Upholding traditionalism: Between old and new opinions
While the legal traditions may be separated by centuries, the issues that compel jurisprudential analysis and speculation are nonetheless similar, if not entirely shared… While some have characterized taqlid as blind adherence to the law, Wael Hallaq has convincingly argued that taqlid is elemental to establishing a sense of objective, authoritative rules to which one can resort—akin to the role of stare decisis in common law.
- Fiqh al-Nawāzil (contemporary jurisprudential issues)—in matters that are entirely new, it is to be expected that the discussion will go beyond the points mentioned by historical scholars. This includes contemporary discussions over the fiqh of organ transplantation, modern financial transactions, performing prayers and fasting in northern latitudes during times of continuous day or night, etc. On contemporary matters, scholars have stressed the importance of collective ijtihād by committees of jurists where multiple experts come together to analyze and discuss a matter before providing a ruling; these committees are less prone to error or bias when compared to a single jurist. Examples include the International Islamic Fiqh Academy of the Organisation of Islamic Cooperation, the Islamic Fiqh Council of the Muslim World League, the European Council for Fatwa and Research, the Assembly of Muslim Jurists of America, among many other national organizations.
- Issues that were previously not a matter of public concern (ʿumūm al-balwá) and therefore did not warrant the same degree of sophisticated research and analysis. Modern-day pressures may push us to do taḥqīq (verification) of an unsubstantiated opinion that was previously taken for granted and reassess the validity of a view based on the Qur’an and Sunnah. Examples of this include the usage of illustrations in children’s books and cartoons,participation in interfaith community events, exchanging greetings related to non-Muslim festivities, and appropriate norms of conduct for gender interaction in the workplace.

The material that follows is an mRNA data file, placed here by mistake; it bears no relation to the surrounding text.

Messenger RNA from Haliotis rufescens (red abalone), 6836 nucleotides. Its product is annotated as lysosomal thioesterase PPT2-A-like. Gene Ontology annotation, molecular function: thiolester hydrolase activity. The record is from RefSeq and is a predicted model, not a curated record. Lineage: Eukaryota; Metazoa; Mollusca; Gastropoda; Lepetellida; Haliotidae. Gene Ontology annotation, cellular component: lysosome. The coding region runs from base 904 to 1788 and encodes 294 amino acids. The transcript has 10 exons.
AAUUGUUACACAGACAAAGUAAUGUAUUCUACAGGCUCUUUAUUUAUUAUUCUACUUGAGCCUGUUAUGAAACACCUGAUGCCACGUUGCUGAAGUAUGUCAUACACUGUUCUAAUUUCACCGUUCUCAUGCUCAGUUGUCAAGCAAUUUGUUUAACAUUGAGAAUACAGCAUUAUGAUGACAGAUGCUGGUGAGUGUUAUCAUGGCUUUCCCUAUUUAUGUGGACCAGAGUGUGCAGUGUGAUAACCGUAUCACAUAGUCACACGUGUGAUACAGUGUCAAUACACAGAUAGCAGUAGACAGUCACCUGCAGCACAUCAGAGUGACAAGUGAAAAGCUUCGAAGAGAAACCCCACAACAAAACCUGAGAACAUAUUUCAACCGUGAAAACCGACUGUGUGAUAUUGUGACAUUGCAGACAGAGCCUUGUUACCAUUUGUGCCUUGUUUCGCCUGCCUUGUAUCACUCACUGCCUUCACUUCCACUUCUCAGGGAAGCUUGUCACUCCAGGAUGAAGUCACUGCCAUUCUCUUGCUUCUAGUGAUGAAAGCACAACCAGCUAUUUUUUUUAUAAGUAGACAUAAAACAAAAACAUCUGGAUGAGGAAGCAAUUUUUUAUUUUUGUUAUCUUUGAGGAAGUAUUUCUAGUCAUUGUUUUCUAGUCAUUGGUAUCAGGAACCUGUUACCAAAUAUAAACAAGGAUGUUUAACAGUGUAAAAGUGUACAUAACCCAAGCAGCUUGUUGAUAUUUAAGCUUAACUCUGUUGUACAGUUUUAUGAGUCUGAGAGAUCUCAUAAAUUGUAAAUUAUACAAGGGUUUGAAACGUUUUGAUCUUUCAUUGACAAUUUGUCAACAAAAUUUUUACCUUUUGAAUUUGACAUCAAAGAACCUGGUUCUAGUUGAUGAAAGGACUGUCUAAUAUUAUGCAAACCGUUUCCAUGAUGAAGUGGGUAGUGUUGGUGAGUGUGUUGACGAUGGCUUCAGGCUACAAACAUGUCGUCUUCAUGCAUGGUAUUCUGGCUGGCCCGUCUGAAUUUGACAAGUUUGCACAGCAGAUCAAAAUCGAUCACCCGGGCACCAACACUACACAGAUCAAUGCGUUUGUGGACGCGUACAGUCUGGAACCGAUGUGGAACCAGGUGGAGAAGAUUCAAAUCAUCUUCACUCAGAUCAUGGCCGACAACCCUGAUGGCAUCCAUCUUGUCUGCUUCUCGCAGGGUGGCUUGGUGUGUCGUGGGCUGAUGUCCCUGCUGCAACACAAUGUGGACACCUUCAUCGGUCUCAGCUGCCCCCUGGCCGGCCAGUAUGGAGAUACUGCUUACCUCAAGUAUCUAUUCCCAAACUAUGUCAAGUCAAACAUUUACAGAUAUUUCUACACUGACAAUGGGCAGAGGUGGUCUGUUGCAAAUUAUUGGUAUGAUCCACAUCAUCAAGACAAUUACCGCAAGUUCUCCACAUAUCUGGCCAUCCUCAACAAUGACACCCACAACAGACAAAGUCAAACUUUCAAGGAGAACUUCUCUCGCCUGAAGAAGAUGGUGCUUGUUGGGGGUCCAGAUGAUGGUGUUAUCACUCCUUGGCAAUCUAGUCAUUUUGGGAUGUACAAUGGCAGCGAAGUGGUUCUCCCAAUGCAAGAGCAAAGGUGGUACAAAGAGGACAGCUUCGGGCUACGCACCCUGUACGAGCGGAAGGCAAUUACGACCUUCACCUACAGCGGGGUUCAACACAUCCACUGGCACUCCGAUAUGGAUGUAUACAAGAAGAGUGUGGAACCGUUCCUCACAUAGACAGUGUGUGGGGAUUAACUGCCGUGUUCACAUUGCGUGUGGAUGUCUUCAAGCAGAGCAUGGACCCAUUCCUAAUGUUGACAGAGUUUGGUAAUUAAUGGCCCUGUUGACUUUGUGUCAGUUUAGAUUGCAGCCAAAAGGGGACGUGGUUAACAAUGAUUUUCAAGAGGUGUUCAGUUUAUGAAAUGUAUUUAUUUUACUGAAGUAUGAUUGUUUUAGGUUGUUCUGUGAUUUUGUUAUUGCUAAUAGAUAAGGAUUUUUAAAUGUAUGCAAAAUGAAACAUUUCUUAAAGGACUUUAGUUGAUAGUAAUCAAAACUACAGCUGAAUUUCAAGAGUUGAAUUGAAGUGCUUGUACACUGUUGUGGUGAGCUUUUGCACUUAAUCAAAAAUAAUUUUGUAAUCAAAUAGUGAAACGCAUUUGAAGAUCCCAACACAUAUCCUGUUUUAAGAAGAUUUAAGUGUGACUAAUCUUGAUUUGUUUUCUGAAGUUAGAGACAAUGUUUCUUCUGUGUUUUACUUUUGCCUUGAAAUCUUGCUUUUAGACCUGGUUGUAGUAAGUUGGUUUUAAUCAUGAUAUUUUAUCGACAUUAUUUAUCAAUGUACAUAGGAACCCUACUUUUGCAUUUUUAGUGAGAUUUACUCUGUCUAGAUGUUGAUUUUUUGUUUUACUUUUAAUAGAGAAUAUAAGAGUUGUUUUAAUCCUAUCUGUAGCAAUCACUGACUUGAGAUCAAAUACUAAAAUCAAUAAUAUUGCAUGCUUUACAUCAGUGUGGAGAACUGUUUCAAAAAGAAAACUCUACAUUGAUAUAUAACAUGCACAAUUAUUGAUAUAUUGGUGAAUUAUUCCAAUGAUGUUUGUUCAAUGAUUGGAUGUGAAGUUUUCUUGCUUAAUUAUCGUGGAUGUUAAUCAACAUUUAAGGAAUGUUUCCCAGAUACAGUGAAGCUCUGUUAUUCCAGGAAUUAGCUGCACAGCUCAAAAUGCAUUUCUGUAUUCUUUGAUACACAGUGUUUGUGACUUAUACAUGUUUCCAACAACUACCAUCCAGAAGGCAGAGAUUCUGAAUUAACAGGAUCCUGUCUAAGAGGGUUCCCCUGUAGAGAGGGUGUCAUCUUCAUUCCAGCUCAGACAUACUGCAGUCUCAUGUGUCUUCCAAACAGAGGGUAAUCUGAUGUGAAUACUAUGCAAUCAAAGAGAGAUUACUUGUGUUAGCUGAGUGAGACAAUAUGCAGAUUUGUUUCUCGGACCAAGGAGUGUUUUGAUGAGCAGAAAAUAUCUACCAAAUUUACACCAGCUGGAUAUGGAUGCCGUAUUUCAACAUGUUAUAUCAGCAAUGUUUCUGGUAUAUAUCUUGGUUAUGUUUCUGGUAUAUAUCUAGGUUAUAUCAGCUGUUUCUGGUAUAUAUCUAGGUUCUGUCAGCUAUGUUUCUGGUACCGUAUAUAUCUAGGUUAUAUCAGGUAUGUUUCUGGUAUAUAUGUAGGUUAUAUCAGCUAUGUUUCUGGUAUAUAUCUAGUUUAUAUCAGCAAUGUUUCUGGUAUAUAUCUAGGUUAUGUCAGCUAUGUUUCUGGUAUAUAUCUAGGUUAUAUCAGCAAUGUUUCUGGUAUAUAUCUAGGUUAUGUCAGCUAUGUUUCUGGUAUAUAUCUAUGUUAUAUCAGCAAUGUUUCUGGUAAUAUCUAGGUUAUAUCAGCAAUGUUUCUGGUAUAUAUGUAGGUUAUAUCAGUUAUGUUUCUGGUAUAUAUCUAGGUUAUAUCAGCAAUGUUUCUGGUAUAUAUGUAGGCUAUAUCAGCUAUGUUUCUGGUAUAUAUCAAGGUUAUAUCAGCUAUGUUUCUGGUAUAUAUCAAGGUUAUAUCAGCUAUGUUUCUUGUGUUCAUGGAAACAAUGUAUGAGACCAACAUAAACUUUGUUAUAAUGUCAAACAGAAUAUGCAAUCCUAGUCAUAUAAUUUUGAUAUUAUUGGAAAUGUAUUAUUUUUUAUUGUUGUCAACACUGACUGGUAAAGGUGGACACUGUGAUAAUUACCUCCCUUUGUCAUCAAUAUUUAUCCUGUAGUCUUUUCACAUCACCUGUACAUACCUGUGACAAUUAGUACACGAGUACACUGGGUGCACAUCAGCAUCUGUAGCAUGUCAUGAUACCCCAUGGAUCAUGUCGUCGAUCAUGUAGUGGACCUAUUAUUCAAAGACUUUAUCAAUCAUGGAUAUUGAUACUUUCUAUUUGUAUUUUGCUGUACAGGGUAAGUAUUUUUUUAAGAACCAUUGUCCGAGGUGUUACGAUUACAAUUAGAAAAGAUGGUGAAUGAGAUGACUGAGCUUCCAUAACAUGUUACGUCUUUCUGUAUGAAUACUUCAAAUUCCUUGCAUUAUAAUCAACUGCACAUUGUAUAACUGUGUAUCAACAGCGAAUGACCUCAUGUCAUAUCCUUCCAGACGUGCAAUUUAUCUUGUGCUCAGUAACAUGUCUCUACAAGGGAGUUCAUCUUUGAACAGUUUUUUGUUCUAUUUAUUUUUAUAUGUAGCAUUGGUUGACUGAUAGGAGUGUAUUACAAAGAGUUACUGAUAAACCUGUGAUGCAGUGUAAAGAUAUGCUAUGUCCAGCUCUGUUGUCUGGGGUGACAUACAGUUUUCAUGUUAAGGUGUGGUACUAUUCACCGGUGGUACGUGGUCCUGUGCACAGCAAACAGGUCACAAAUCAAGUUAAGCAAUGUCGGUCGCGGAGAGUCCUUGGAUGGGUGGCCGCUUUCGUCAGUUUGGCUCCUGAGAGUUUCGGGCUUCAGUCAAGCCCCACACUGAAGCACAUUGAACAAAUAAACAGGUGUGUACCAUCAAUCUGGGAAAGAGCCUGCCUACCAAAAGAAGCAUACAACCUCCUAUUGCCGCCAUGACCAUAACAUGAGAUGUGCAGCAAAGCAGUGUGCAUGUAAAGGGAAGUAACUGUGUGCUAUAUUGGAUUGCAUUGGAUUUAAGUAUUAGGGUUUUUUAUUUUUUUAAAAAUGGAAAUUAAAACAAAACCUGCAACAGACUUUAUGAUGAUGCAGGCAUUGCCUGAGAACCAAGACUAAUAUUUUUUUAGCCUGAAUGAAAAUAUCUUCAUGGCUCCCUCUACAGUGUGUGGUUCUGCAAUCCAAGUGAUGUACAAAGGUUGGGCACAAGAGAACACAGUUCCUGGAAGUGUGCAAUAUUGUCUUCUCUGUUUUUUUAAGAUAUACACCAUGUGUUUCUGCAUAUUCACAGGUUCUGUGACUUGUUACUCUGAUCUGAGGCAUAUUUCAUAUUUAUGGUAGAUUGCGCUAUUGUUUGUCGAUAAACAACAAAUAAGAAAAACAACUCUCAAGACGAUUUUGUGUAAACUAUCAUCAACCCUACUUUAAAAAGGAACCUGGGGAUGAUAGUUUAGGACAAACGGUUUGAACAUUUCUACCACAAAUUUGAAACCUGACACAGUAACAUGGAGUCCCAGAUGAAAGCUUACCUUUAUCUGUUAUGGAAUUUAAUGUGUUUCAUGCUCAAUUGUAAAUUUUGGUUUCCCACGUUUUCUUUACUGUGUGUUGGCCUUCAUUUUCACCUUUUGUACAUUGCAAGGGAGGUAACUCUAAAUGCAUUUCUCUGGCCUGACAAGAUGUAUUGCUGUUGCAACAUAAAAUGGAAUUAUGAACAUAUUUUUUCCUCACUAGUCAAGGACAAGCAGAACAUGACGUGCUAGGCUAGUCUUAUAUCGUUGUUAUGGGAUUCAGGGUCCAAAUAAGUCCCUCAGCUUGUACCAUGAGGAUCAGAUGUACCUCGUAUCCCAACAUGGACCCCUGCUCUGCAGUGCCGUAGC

- When the modern-day societal changes (including socio-political or economic circumstances) render an ʿillah absent that was previously present, then the ruling predicated upon that ʿillah no longer obtains. This includes previously mentioned examples.
- In theological or eschatological subsidiary questions on which the scriptural texts (nuṣūs) are silent, and there are multiple plausible scenarios (iḥtimālāt) some of which were posed by earlier scholars, there is nothing to preclude listing other plausible scenarios (iḥtimālāt) so long as one does not definitely declare (jazm) the veracity of one over the others in matters of the unseen (ghayb) without a scriptural proof. Examples include, for instance, the scholars listing many different plausible interpretations for how the Euphrates and Nile have been described as originating in Paradise, ranging from metaphorical description of their blessings, to a hidden metaphysical connection, etc. Another example is Ibn Taymīyah’s discussion on the accountability of the boy killed by Khiḍr, considering possibilities of whether he had reached the age of maturity or was legally accountable as a discerning youth in the moral code of his people.